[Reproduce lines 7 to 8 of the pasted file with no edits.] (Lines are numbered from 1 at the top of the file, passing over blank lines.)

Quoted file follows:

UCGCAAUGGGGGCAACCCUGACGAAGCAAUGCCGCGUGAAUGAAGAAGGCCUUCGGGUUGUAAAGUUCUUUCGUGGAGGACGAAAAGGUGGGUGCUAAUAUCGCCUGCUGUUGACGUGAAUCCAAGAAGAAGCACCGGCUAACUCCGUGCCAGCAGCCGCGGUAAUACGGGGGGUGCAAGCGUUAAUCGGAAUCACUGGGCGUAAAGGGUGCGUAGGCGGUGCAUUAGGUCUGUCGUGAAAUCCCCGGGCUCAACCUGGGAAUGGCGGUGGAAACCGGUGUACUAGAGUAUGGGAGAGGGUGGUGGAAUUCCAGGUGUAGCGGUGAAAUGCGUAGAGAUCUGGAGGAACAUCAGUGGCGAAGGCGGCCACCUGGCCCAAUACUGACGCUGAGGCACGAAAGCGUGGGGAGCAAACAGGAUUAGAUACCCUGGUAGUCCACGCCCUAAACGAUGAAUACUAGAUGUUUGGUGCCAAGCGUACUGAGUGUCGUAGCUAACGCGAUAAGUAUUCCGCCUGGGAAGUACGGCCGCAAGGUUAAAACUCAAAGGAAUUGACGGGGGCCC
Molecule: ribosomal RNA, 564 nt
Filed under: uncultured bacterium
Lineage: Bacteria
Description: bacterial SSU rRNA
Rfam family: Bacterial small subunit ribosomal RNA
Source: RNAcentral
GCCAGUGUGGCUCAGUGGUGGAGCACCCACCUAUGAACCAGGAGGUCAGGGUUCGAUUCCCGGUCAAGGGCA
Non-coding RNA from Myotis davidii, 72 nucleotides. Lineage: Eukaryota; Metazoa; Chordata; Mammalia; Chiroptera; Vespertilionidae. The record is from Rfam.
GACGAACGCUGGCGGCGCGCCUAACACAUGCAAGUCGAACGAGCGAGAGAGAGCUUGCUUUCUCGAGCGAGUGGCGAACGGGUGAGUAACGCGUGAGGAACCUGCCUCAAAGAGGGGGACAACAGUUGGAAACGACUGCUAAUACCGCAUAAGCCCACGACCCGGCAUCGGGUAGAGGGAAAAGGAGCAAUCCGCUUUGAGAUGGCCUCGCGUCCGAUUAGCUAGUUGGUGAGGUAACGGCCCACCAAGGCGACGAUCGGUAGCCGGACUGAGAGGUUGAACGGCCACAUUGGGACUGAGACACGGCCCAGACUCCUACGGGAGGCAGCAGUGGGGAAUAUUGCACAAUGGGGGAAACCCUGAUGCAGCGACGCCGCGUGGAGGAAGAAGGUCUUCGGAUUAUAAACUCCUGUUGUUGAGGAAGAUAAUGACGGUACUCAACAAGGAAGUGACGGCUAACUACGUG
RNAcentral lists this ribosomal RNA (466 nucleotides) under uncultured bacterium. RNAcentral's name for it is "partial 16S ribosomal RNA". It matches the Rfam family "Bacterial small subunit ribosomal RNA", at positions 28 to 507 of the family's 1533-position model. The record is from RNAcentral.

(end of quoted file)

Source: RNAcentral
GCCAGUGUGGCUCAGUGGUGGAGCACCCACCUAUGAACCAGGAGGUCAGGGUUCGAUUCCCGGUCAAGGGCA